Visit Your Veterinarian Regularly
Check-ups and routine vaccinations are important for all dogs, but they become especially critical as your furry friend starts to age. Older dogs are more prone to developing health problems, so it’s important to have them checked out by a professional on a regular basis. Your vet can also offer guidance on how to care for your aging dog at home. Some professionals like Better Vet offer services such as in-home euthanasia to make the process as smooth and stress-free as possible for both you and your dog. Just make sure you find a reputable professional to avoid any added stress or anxiety during this difficult time.
Keep Them Comfortable
As your dog enters their golden years, you may notice they start to slow down. They may not be as interested in walks or playing fetch, and they may spend more time napping. This is all perfectly normal. Just like humans, dogs experience a natural decline in energy and activity levels as they age. And as they age, they may become more attached to their routines and the things that are familiar to them. If possible, keep their routine as normal as possible. This means walks at the same time each day, meals at the same time, and consistent sleeping arrangements.
Keep Their Coat Clean and Brushed
One of the most important things you can do for your dog during its end of life is to keep its coat clean and brushed. A dog's coat can become matted and tangled, especially if they are not groomed regularly. This can cause your dog discomfort and may even lead to skin irritations. Brushing your dog's coat will help to remove any dirt, debris, or tangles and will make them more comfortable. And will also help to keep their skin healthy.
Keep Their Mouth Clean
One of the most important things you can do for your dog during their end-of-life care is to keep their mouth clean and free from infection. This can be done by brushing their teeth regularly and using a pet-safe oral rinse or gel. You can use a cotton ball soaked in warm water to wipe down their gums and tongue and make sure to get the back teeth where most of the tartar builds up. If your dog is no longer able to tolerate having their teeth brushed, you can use a pet-safe dental wipe or gel to help keep their mouth clean and free from infection.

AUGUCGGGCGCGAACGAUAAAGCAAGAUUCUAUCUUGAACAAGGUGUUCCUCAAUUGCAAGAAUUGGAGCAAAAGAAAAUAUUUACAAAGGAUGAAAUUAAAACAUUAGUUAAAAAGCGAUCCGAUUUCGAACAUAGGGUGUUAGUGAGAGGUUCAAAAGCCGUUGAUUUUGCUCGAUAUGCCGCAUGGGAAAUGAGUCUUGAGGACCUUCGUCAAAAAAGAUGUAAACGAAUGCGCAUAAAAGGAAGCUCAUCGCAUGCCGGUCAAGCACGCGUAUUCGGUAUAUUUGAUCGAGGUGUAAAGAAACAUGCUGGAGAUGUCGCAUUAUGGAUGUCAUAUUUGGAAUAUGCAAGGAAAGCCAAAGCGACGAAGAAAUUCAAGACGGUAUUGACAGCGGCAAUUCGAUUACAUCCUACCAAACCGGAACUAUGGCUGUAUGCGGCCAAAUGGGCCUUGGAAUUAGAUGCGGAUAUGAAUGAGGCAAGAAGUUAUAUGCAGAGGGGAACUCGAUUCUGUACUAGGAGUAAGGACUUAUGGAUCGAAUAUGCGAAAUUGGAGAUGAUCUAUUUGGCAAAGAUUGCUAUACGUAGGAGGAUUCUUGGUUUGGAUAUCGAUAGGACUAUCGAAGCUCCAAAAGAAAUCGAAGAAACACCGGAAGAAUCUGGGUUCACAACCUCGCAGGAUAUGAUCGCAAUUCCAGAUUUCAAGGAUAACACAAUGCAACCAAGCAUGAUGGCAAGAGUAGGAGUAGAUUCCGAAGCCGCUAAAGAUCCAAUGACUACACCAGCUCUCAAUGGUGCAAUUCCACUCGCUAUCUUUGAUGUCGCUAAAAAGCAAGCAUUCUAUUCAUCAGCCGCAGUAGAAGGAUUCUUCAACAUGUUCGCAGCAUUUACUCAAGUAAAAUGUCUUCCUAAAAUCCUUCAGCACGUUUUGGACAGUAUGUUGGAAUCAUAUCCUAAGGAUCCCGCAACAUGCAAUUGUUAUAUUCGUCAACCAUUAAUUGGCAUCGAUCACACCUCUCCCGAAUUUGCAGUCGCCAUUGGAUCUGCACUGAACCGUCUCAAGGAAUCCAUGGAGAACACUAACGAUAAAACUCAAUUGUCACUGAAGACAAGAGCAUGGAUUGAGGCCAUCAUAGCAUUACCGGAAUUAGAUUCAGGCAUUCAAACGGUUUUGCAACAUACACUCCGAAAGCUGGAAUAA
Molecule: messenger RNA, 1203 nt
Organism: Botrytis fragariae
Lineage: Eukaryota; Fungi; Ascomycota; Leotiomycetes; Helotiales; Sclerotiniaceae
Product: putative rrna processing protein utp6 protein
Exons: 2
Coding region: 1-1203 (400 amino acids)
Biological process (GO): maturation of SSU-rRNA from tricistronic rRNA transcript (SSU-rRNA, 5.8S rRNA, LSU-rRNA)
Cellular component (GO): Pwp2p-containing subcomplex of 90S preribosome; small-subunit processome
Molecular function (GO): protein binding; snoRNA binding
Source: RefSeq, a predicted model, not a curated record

Keep Them Nourished
As your dog enters their golden years, its nutritional needs change. Their metabolism slows down and they may become less active, meaning they don't need as many calories. At the same time, their ability to absorb nutrients from food decreases. This is why it's so important to choose a high-quality senior dog food that is tailored to their needs. There are a few things to keep in mind when choosing food for your senior dog.
First, make sure the food is appropriate for their life stage. Many commercial dog foods are now available in both puppy and senior formulations. Senior formulas typically have fewer calories and more fiber to help with weight control and digestion.
Stay on Top of Their Medications
It's important to keep your dog on a regular schedule when it comes to their medication. This means giving them the proper dosage at the right time every day. If you're unsure about how to do this, talk to your veterinarian. They can help you create a schedule that works best for your dog. In addition, it's important to monitor your dog's condition closely when they're on medication. Watch for any changes in their behavior or appearance. If you notice anything unusual, be sure to contact your vet right away.
Keep Their Stress Levels Low
One of the most important things you can do for your dog as they approach the end of their life is to keep their stress levels low. This can be a difficult task, as your dog may be experiencing a lot of changes and may be in pain.
However, there are some things you can do to help reduce your dog's stress levels. Massage therapy and aromatherapy can both be helpful in reducing stress, as can spending time with your dog in calming activities such as walks or grooming. You should also try to avoid any stressful situations, such as taking your dog to the vet or groomer when they are not feeling well. If you are unsure of how to keep your dog's stress levels low, speak to your veterinarian for more advice.
Keep Them at a Healthy Weight
As your dog nears the end of its life, you may notice that they start to lose weight. This is normal and can be caused by a number of factors, including a decrease in appetite and a decreased ability to absorb nutrients. If your dog is losing weight, talk to your vet about ways to help them maintain their weight. If your dog is carrying around a few extra pounds, talk to your vet about a weight-loss plan. A healthy diet and exercise program can help them slim down safely and improve their quality of life.
By following these eight essential tips, you can provide your dog with the best possible care as they approach the end of their life.